Booksmart

From Wikipedia, the free encyclopedia
Jump to navigation Jump to search
Booksmart
Booksmart (2019 film poster).png
Theatrical release poster
Directed byOlivia Wilde
Produced by
Written by
Starring
Music byDan the Automator
CinematographyJason McCormick
Edited by
Production
companies
Distributed byUnited Artists Releasing
Release date
  • March 10, 2019 (2019-03-10) (SXSW)
  • May 24, 2019 (2019-05-24) (United States)
Running time
105 minutes[1]
CountryUnited States
LanguageEnglish
Budget$6 million[2]
Box office$20.1 million[3]

Booksmart is a 2019 American coming-of-age comedy film directed by Olivia Wilde (in her feature directorial debut), from a screenplay by Emily Halpern, Sarah Haskins, Susanna Fogel, and Katie Silberman. It stars Beanie Feldstein and Kaitlyn Dever as two graduating high school girls who set out to finally break the rules and party on their last day of classes; Jessica Williams, Will Forte, Lisa Kudrow, and Jason Sudeikis also star. Will Ferrell and Adam McKay executive produced the film through Gloria Sanchez Productions.

The film had its world premiere at South by Southwest on March 10, 2019 and was theatrically released in the United States on May 24, 2019, by United Artists Releasing, to acclaim from critics.

Plot[edit]

Amy and Molly are two high school seniors who have been best friends since childhood but considered pretentious by their peers. Amy has been out for two years and has a crush on a girl named Ryan. Molly urges Amy to attempt to forge a relationship with her before they graduate. On the eve of their high school graduation, Molly overhears some of her peers making fun of her in the bathroom. She confronts them, telling them about how she got into a good school, but they reveal that despite partying they too also got into good colleges. Molly angrily tells Amy everything and says that they should have enjoyed their time in high school more. Molly convinces a reluctant Amy to join her in going to an end-of-year party held by Nick.

The pair realize that neither of them knows where Nick's party is. Molly calls Jared, a kindhearted and wealthy classmate who thinks that they want to go to the party he is hosting instead. He brings them to his yacht, where they stay for a few minutes before leaving after an encounter with his drug-crazed friend Gigi. Amy suggests that they go home, having fulfilled their plan to party before graduation, but Molly calls a "Malala", their code for unconditionally doing what the other wants to do, and Amy consents to continue with the night. The girls call a Lyft and are shocked to be picked up by their principal, Jordan Brown. After accidentally playing pornography through his car speakers, Brown drops them off at their classmate George's house, but it's a murder mystery party. The two encounter Gigi again, who reveals that the food that they ate on the yacht was drugged, and both Amy and Molly soon begin to trip and hallucinate that they are dolls. They escape the house and get the location of the party from a pizza delivery man before he kicks them out of his car. Amy accidentally leaves her phone in his car. Molly's phone is nearly dead, lasting just long enough to call for help from their teacher and friend Miss Fine, who gives them a change of clothes and a ride to Nick's party.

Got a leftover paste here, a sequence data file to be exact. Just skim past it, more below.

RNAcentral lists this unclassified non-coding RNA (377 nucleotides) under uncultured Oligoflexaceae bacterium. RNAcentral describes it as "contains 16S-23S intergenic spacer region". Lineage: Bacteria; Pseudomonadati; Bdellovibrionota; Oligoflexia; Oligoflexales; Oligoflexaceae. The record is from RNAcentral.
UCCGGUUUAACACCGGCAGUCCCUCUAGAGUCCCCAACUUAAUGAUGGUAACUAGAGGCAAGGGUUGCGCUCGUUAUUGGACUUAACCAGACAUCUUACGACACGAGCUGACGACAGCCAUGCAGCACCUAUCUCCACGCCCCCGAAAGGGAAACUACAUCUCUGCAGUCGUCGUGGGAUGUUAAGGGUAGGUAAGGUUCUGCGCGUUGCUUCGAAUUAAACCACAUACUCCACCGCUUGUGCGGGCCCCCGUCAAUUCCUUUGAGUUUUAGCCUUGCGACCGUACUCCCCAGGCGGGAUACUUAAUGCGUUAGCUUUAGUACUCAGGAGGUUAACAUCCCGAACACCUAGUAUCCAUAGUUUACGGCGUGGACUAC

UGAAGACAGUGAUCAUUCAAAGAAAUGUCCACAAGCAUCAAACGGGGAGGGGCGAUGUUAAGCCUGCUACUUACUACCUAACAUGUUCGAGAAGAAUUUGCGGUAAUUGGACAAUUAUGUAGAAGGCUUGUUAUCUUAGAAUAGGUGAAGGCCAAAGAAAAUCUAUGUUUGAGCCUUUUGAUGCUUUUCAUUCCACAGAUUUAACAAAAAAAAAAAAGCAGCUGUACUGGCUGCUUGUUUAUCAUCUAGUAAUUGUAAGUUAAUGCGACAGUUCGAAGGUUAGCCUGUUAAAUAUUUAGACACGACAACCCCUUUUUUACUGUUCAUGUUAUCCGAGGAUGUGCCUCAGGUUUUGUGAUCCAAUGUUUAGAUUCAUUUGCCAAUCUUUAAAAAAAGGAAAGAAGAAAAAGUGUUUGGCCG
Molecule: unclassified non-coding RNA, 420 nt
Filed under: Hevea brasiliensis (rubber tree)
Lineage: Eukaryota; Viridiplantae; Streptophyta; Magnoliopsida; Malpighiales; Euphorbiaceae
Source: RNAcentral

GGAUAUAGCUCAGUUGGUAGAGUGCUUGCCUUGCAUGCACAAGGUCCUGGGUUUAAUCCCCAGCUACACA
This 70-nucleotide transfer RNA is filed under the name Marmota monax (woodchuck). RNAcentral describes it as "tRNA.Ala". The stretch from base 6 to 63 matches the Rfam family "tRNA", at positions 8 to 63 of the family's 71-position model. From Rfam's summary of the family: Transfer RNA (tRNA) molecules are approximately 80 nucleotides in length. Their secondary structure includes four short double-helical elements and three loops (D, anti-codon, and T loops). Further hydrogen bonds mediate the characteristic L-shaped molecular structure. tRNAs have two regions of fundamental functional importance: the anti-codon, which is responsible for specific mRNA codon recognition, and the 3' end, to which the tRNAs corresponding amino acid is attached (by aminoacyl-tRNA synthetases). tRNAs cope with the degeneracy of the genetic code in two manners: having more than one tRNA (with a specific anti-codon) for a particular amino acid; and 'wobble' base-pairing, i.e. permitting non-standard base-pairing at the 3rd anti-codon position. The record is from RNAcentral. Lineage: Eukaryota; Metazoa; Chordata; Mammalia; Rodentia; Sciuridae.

When they arrive, Amy goes to talk to Ryan and Molly goes to talk to Nick, her crush. Amy works up the confidence to talk to Ryan before finding her and Nick making out. Amy, embarrassed, wants to leave, calling her own Malala, but Molly refuses to grant it, thinking she has a chance with Nick. This sends Amy into a rage. She reveals that she was planning on taking a gap year to travel to Botswana, as she resents how Molly always tries to take control her life under the guise of pushing her to explore opportunities. The two loudly argue in front of their classmates, and Amy goes to the bathroom with a panic attack. She is found by Hope, whom many students find cruel. They are at first combative towards each other, but then Amy kisses Hope and they almost have sex but Amy vomits on her, ruining their moment. Molly is driven home by Triple A, a popular student with a reputation for promiscuity, and the two bond over the stereotypes that both have suffered from.

Molly wakes up on graduation day feeling ashamed of what happened between her and Amy. She discovers on her phone that everyone is talking about how cool Amy was for distracting police officers when they came to shut down Nick's party, allowing the rest of the students to escape. Molly visits Amy in jail and apologizes for her manipulative actions, leading to the pair's reconciliation. Molly reveals a wanted poster with a police sketch drawing of the pizza delivery driver, who it turns out was a serial killer. They trade their information to get Amy out of jail. They take Jared's car to graduation where Molly gives an improvised farewell speech and kisses Jared, receiving a round of applause.

A few days later, Molly helps Amy prepare for her trip to Botswana. Hope comes to the door and gives Amy her number. Molly drives Amy to the airport and they share a tearful goodbye. As Molly drives away, Amy jumps in front of her car, saying she has time to hang out before her flight, suggesting they get pancakes.

Cast[edit]

Production[edit]

Development[edit]